• 48 required credit hours
• 3 international language requirement credit hours
• Applicable University Global Citizenship Program hours
• Electives

Curriculum
The 48 credit hours required for the bachelor of arts in psychology with an emphasis in mental health include the following:

• PSYC 1100 Introduction to Psychology (3 hours)
• PSYC 1800 Careers in Psychology (1 hour)
• PSYC 2300 Lifespan Development (3 hours) or PSYC 2200 Child Psychology (3 hours) or PSYC 2250 Adolescent Psychology (3 hours) or PSYC 2950 Psychology of Adulthood and Aging (3 hours)
• PSYC 2750 Introduction to Measurement and Statistics (3 hours)
• PSYC 2825 Introduction to Research Methods (3 hours)
• PSYC 2975 Sophomore Assessment (0 hours)
• PSYC 3125 Abnormal Psychology (3 hours)
• PSYC 3325 Applied Learning Theory (3 hours) or PSYC 3350 Cognitive Psychology (3 hours)
• PSYC 3025 Psychology and Ethics (2 hours)
• PSYC 3600 Social Psychology (3 hours)
• PSYC 3775 Personality Theory (3 hours)
• PSYC 3900 Introduction to Counseling (3 hours) or PSYC 4225 Introduction to the Helping Professions (3 hours)
• PSYC 4650 Biopsychology (3 hours)
• PSYC 4925 Senior Capstone: History, Philosophy, and Systems of Psychology (3 hours)
• PSYC 4950 Senior Assessment (0 hour)
• Psychology electives (at least 3 credit hours at the 4000level) (6 hours)


A least TWO courses from the following:
• PSYC 3150 Positive Psychology (3 hours) • PSYC 3175 Community Psychology (3 hours) • PSYC 4300 Health Psychology (3 hours) • PSYC 4400 Human Sexuality (3 hours) • PSYC 4550 Drug and Chemical Dependency (3 hours) • PSYC 4700 Psychological Tests and Measurements (3 hours)

Majors
Webster University 2020-2021 Undergraduate Studies Catalog 1
Psychology (BA) with an Emphasis in Mental Health
Psychology (BA) with an Emphasis in Mental Health

Recommended Courses
• PSYC 4425 Community Practicum (3 hours) • PSYC 4825 Senior Thesis (3 hours)

 

Curriculum

The 39 credit hours required for the bachelor of arts in psychology include the following:

  • PSYC 1100 Introduction to Psychology (3 hours)
  • PSYC 1800 Careers in Psychology (1 hour)
  • PSYC 2750 Introduction to Measurement and Statistics (3 hours)
  • PSYC 2825 Introduction to Research Methods (3 hours)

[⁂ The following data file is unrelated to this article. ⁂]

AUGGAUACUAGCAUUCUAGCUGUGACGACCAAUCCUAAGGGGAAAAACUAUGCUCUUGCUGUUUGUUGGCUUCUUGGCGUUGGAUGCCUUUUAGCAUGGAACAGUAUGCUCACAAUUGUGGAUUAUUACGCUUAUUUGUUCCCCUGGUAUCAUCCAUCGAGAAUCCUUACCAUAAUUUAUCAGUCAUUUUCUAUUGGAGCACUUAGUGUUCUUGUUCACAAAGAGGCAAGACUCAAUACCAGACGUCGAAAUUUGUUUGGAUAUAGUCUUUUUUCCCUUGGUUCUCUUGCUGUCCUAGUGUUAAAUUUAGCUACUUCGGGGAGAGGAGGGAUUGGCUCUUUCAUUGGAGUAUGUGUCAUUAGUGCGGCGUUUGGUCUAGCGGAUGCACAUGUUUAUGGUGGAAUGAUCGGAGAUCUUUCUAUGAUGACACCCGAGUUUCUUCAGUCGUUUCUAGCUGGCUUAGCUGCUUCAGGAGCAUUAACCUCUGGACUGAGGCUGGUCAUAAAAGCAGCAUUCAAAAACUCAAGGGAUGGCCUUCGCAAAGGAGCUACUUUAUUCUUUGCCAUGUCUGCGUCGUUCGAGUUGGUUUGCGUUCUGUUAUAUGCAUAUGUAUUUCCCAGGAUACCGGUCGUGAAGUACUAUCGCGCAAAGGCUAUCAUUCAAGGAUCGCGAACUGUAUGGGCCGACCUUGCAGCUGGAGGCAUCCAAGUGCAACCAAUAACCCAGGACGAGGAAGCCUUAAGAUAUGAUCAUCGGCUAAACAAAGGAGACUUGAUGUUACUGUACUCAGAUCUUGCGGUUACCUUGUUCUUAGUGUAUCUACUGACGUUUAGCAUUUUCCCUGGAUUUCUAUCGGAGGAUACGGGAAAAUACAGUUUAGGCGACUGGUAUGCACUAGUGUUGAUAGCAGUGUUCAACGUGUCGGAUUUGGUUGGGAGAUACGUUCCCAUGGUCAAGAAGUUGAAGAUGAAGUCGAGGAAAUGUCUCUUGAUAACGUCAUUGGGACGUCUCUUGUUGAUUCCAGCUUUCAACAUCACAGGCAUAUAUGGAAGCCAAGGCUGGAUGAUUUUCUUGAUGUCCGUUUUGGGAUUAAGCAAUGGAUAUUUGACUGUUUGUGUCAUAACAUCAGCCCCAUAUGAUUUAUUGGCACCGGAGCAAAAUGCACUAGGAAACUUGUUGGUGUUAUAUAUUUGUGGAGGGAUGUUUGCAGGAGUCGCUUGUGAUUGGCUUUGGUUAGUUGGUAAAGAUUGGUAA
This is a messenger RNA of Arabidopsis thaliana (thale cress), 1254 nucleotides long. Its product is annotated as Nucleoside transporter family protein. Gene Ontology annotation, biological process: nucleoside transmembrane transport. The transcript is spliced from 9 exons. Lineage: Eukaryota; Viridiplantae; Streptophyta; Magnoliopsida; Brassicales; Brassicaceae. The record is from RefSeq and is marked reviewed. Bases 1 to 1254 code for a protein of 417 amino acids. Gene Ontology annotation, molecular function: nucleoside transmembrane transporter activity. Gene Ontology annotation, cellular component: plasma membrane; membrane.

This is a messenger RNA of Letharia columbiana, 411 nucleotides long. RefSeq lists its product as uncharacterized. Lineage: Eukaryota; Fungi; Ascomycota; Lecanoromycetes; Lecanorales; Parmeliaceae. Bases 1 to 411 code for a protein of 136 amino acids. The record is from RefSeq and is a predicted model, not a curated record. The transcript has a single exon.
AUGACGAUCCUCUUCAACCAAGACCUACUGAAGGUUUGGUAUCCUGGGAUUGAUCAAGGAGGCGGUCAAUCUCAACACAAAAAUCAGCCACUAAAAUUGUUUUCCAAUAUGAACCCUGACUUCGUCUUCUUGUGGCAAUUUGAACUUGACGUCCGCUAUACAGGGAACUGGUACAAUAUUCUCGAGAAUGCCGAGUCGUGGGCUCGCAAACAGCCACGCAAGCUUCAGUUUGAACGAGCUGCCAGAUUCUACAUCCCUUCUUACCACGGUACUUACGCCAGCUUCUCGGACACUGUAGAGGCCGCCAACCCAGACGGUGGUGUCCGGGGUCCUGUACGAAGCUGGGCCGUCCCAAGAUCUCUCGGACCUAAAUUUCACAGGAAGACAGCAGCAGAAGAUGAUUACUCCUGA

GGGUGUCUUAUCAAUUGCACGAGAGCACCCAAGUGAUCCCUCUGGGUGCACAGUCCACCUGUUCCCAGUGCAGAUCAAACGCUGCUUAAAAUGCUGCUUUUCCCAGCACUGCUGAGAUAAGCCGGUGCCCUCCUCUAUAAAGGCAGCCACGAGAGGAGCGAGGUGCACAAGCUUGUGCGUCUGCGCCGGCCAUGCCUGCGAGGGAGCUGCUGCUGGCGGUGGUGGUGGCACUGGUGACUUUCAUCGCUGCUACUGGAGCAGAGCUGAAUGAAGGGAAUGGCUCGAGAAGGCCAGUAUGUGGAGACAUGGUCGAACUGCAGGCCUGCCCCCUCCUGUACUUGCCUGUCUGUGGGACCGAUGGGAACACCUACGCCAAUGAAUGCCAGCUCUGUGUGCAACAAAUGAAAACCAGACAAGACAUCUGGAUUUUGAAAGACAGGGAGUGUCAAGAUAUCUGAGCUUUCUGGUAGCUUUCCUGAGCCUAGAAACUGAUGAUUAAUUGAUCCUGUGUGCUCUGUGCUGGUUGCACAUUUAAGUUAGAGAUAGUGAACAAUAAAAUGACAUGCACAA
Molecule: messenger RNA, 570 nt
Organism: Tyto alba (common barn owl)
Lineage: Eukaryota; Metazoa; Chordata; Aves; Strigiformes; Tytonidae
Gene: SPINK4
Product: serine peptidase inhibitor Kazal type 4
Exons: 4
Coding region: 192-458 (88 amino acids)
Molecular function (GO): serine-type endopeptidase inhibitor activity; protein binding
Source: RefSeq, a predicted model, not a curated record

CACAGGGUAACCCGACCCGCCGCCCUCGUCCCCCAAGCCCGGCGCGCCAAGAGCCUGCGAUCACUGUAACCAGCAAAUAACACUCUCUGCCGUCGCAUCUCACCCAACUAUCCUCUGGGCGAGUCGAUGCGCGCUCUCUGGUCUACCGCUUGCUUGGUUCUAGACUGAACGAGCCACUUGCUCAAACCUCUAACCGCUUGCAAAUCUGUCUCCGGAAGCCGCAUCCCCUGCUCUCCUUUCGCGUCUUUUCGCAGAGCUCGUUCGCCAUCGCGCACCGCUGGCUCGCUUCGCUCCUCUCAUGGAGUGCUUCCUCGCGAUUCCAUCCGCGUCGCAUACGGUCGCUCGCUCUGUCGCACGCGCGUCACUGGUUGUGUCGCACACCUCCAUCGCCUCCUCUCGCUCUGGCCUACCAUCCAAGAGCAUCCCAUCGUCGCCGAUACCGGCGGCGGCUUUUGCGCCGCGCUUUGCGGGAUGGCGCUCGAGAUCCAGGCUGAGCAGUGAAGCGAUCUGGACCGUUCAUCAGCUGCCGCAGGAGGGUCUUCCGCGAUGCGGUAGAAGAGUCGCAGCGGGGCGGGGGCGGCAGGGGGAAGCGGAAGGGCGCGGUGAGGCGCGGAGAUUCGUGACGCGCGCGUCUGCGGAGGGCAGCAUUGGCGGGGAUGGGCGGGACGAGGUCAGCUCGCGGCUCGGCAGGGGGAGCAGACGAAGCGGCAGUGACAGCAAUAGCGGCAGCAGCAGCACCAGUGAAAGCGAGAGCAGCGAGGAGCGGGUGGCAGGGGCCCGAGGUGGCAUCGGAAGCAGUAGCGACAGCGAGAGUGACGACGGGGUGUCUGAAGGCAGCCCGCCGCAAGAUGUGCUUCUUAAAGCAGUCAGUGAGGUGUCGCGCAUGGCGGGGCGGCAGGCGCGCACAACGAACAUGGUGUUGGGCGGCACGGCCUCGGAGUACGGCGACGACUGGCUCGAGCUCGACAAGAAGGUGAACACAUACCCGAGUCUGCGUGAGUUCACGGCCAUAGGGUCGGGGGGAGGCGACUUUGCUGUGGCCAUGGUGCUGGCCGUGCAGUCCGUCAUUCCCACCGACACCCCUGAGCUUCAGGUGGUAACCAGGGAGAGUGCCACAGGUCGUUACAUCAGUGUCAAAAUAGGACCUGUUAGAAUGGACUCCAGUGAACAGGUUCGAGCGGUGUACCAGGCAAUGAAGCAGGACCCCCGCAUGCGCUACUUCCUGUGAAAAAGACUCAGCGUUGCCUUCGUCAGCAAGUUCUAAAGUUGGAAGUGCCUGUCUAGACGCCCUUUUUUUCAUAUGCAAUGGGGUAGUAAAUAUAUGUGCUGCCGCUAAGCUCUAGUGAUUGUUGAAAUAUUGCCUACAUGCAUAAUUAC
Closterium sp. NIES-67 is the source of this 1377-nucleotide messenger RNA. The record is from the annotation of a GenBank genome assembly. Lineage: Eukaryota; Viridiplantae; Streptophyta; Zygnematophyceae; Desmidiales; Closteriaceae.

• PSYC 2975 Sophomore Assessment (0 hours)
  • PSYC 3025 Psychology and Ethics (2 hours)
  • PSYC 4925 Senior Capstone: History, Philosophy, and Systems of Psychology (3 hours)
  • PSYC 4950 Senior Assessment (0 hour)
  • Psychology electives (at least 3 hours at the 4000-level) (9 hours)

At least ONE course from EACH of the following five content areas:

Biological Perspectives

  • PSYC 3850 Sensation and Perception (3 hours)
  • PSYC 4300 Health Psychology (3 hours)
  • PSYC 4550 Drug and Chemical Dependency (3 hours)
  • PSYC 4650 Biopsychology (3 hours)

Clinical and Counseling Perspectives

  • PSYC 3125 Abnormal Psychology (3 hours)
  • PSYC 3775 Personality Theory (3 hours)
  • PSYC 3900 Introduction to Counseling (3 hours)
  • PSYC 4225 Introduction to the Helping Professions (3 hours)

Lifespan Development Perspectives

  • PSYC 2200 Child Psychology (3 hours)
  • PSYC 2250 Adolescent Psychology (3 hours)
  • PSYC 2300 Lifespan Development (3 hours)
  • PSYC 2950 Psychology of Adulthood and Aging (3 hours)

Learning and Cognitive Perspectives

  • PSYC 3325 Applied Learning Theory (3 hours)
  • PSYC 3350 Cognitive Psychology (3 hours)
  • PSYC 3525 Memory (3 hours)
  • PSYC 3725 Psychology of Judgment and Decision Making (3 hours)

Social and Cross-Cultural Perspectives

  • PSYC 3475 International Psychology (3 hours)
  • PSYC 3575 Industrial/Organizational Psychology (3 hours)
  • PSYC 3600 Social Psychology (3 hours)
  • PSYC 3625 Motivation and Emotion (3 hours)

Recommended Courses

  • PSYC 4425 Community Practicum (3 hours)
  • PSYC 4825 Senior Thesis (3 hours)